US 4912942 A
A rigid crossover tube is provided to bridge from a refrigerator door to a refrigerator cabinet and to serve as a guide and protective cover for a water and/or electrical conductors connected to a door mounted ice and water dispensing apparatus. A fitting is provided in the bottom surface of the door. The tube is held in the fitting and is permitted to pivot relative thereto. The tube enters the cabinet through an opening in the base of the cabinet and is slidable therein responsive to pivotal movement of the tube when the door is opened or closed.
1. In a refrigeration apparatus including a cabinet housing a utility source apparatus, a door hingedly mounted to said cabinet and having a utility utilization apparatus, and means for operatively connecting said utilization apparatus to said source apparatus, the improvement comprising:
means pivotally mounted to said door and extending into an opening in said cabinet for routing said connecting means from said door to said cabinet.
2. The improvement of claim 1 wherein said routing means comprises a rigid tube.
3. The improvement of claim 1 wherein said routing means comprise a tube threadably mounted to said door.
4. The improvement of claim 1 wherein said routing means comprises a tube slidable received in an opening in said cabinet.
5. In a refrigeration apparatus including a cabinet and a door hingedly mounted to said cabinet, the door including a dispensing apparatus connected to a control apparatus housed in said cabinet by a plurality of conducting elements, the improvement comprising:
a conduit slidably received in an opening in said cabinet; and
means for pivotally mounting said conduit to said door, wherein said conduit carries said conducting elements from said door to said cabinet.
6. The improvement of claim 5 wherein said conduit comprises a rigid tube.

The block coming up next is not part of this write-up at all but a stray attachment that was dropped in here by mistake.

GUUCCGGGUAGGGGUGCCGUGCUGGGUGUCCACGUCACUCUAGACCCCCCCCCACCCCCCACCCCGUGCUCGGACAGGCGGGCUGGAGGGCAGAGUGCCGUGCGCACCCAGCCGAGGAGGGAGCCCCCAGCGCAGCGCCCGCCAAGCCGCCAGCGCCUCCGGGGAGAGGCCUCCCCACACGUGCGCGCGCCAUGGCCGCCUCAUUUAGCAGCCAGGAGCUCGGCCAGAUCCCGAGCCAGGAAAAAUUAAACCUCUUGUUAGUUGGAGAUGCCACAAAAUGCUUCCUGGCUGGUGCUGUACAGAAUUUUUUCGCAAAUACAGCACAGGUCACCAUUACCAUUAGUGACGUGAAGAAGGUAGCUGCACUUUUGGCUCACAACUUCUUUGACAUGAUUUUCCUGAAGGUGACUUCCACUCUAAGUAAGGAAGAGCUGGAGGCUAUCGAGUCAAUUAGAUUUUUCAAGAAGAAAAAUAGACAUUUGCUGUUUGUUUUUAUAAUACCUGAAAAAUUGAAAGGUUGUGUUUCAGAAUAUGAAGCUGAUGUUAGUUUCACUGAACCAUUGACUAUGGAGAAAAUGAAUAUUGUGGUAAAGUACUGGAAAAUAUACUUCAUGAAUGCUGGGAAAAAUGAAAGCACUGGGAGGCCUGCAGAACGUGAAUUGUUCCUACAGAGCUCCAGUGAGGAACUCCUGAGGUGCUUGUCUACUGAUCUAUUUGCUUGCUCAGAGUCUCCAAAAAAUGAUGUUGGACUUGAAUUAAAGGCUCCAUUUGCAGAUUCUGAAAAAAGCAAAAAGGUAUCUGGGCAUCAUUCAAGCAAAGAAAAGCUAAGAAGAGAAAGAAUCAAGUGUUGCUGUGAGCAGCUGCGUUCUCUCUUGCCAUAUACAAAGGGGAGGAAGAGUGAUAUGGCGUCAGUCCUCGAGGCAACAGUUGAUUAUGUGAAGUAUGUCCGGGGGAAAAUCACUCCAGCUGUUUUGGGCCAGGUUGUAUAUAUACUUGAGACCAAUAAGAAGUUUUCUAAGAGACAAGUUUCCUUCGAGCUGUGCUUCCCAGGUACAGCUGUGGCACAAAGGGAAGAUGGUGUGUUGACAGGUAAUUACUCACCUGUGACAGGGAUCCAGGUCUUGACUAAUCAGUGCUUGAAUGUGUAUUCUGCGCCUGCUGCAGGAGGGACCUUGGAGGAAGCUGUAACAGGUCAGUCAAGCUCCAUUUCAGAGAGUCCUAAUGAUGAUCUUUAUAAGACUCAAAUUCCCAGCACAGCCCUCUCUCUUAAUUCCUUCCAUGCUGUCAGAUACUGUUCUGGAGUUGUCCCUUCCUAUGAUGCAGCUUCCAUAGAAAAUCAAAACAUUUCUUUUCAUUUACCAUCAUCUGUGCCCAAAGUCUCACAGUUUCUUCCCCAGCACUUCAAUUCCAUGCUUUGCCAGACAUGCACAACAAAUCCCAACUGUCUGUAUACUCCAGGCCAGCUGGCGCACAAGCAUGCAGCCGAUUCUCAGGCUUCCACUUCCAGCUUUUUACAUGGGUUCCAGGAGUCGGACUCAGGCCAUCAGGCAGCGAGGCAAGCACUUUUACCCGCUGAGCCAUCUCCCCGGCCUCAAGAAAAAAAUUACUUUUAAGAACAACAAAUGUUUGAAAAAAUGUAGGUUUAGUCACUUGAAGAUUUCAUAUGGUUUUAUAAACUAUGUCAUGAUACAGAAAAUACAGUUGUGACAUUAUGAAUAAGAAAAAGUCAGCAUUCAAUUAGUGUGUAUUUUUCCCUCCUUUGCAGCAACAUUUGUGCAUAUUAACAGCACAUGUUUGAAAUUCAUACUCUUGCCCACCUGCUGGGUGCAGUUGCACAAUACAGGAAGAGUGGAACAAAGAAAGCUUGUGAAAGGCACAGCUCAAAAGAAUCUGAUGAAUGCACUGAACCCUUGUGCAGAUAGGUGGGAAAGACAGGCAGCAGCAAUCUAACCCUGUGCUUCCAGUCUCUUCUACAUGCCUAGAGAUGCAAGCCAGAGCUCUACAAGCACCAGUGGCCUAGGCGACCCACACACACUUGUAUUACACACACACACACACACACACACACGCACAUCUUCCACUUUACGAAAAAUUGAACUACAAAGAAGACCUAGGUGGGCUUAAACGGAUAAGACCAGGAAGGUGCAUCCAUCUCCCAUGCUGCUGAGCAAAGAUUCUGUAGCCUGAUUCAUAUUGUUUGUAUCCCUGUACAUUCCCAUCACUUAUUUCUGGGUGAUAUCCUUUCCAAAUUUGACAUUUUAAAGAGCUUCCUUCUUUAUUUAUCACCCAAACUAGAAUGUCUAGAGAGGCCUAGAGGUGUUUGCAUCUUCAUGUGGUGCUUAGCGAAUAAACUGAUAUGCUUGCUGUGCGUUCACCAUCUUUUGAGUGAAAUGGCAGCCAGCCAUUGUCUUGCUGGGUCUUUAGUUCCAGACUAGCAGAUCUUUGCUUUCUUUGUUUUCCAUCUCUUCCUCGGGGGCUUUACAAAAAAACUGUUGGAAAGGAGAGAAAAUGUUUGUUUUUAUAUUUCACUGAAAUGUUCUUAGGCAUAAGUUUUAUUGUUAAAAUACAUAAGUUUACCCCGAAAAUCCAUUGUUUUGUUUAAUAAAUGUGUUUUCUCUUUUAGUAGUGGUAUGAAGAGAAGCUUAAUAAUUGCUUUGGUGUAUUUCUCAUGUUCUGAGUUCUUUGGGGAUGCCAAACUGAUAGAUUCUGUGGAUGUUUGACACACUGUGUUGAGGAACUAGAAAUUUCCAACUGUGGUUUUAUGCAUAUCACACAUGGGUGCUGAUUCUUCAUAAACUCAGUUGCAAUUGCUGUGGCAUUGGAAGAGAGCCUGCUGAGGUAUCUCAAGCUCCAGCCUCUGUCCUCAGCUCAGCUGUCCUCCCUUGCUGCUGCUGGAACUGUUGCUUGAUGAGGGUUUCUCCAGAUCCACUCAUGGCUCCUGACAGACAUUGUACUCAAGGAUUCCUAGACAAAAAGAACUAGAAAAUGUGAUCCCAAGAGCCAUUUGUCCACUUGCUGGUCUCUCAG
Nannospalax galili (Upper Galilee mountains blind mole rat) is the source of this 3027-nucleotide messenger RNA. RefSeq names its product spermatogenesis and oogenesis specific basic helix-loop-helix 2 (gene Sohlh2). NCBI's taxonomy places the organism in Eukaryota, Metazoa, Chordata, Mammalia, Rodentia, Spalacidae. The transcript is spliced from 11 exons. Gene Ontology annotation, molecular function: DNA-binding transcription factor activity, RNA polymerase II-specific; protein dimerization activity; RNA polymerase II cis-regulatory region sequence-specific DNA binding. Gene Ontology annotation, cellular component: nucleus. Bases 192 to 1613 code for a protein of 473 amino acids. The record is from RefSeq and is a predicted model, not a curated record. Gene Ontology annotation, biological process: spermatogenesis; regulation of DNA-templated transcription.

7. The improvement of claim 5 wherein said mounting means comprises a threaded connector fastened to said door and said conduit comprise a threaded tube threadably engaged with said connector.
8. The improvement of claim 5 wherein said mounting means comprises a retaining nut fastened to said door and said conduit comprise a tube having a flange at one end pivotally received in said retaining nut.
9. The improvement of claim 5 further comprising a grommet mounted to said cabinet at said opening to facilitate sliding movement of said conduit.
10. A refrigeration apparatus construction, comprising:
a cabinet housing an ice making apparatus, a source of refrigerated liquid, and an electrical control circuit;
a door hingedly mounted to said cabinet, the door including an electrically controlled ice and liquid dispensing apparatus positioned proximate said ice making apparatus;
a liquid conduit connecting said dispensing apparatus to said liquid source;
a plurality of electrical conductors connecting said dispensing apparatus to said electrical control circuit;
a crossover tube slidably received in an opening in said cabinet; and
means for pivotally mounting said tube to said door, wherein said tube carries said liquid conduit and said conductors from said door to said cabinet.
11. The refrigeration apparatus of claim 10 wherein said tube comprises a rigid tube.
12. The improvement of claim 10 wherein said mounting means comprises a threaded connector fastened to said door and said tube comprise a threaded tube threadably engaged with said connector.
13. The improvement of claim 10 wherein said mounting means comprises a retaining nut fastened to said door and said tube includes a flange at one end pivotally received in said retaining nut.
14. The improvement of claim 10 further comprising a grommet mounted to said cabinet at said opening to facilitate sliding movement of said tube.
1. Field of the Invention